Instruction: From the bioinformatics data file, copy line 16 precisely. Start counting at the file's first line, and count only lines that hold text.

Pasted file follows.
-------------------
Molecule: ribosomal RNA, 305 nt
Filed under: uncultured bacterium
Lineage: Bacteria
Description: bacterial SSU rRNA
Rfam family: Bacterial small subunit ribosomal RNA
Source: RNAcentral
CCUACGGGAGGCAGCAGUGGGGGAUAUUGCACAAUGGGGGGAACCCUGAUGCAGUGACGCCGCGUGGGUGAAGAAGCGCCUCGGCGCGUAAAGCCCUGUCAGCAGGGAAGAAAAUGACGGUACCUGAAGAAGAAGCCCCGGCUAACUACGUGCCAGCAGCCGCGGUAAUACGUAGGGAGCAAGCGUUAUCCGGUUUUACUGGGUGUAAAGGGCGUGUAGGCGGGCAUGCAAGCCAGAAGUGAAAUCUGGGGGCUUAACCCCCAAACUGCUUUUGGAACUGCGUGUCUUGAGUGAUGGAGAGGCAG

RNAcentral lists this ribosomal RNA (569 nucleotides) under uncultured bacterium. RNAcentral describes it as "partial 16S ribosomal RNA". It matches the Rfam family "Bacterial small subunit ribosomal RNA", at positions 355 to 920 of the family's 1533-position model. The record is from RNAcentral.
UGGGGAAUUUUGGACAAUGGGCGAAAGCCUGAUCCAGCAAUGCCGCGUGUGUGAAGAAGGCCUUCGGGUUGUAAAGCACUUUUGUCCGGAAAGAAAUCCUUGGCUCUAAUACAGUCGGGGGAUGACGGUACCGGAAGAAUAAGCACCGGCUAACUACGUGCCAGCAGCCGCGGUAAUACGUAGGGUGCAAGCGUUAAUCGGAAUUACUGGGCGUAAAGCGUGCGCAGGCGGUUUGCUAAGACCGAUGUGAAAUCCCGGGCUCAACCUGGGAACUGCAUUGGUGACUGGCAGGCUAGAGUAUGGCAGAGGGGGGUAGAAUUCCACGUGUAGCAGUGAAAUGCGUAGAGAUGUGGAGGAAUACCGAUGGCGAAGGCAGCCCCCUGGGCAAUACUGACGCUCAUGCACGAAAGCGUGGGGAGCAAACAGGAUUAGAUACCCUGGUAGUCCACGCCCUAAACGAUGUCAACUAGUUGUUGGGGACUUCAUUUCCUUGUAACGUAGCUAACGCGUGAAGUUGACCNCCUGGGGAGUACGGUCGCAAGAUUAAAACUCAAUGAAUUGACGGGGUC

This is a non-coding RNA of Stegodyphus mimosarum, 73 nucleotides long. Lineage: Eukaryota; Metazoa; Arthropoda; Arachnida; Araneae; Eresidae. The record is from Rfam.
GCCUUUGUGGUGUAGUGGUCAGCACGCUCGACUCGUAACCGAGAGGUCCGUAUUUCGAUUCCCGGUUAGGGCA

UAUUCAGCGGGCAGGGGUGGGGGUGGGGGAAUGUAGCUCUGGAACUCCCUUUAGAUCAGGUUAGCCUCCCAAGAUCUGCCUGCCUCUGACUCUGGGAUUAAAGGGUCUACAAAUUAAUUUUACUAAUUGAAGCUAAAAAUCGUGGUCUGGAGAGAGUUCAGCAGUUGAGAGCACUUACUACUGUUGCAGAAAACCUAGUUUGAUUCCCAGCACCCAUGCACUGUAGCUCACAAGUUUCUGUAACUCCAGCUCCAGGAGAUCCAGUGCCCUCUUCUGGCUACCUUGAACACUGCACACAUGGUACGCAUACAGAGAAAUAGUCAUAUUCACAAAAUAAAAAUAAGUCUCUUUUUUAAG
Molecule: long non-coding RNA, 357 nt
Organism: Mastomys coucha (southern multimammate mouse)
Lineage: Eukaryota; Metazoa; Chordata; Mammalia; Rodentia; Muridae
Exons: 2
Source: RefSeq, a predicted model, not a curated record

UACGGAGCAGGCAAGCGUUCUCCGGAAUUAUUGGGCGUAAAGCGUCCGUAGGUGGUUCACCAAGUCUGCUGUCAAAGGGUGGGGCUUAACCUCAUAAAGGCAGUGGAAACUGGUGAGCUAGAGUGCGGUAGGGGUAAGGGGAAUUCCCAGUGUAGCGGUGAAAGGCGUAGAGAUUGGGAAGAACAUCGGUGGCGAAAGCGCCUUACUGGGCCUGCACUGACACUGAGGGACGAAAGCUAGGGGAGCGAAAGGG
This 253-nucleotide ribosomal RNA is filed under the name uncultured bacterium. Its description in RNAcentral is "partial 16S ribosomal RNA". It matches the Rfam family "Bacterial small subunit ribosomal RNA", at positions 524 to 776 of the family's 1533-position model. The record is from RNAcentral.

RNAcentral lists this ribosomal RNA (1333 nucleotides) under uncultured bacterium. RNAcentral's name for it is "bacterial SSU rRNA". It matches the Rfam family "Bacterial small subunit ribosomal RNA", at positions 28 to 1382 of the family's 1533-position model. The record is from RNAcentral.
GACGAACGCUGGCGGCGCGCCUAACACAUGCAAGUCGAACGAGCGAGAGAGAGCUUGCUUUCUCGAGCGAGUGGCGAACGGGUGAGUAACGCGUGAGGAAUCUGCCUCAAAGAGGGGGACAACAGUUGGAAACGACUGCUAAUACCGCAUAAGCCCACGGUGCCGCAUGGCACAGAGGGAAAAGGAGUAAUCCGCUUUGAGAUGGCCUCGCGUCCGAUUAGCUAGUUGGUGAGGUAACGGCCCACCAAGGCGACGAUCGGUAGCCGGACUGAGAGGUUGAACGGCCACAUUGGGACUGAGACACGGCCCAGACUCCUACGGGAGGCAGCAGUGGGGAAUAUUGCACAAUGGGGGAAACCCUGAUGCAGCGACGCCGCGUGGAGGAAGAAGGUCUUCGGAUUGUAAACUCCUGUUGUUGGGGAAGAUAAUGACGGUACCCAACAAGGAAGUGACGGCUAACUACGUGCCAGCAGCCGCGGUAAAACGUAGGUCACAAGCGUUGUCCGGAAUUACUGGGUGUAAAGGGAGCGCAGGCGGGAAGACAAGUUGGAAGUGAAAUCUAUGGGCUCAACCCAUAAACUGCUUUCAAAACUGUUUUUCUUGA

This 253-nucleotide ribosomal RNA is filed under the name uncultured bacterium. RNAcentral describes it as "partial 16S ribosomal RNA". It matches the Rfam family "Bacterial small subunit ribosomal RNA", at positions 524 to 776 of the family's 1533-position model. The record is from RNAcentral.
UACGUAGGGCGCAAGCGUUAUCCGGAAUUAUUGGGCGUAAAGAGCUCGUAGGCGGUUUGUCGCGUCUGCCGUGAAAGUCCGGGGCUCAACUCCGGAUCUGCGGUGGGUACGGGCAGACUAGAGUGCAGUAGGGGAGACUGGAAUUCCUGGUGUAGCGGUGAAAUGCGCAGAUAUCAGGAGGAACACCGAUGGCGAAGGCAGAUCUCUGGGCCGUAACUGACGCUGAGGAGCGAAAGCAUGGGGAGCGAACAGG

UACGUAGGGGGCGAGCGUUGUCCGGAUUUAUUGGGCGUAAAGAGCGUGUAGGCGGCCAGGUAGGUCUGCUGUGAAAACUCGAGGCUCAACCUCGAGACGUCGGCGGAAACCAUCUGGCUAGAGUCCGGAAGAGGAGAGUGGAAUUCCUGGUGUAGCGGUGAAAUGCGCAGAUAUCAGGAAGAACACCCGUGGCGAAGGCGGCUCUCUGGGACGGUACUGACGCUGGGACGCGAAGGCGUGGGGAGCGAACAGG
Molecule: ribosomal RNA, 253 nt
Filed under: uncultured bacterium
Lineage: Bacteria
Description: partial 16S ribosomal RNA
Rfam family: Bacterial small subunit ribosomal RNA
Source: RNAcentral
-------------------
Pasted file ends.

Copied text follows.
Exons: 2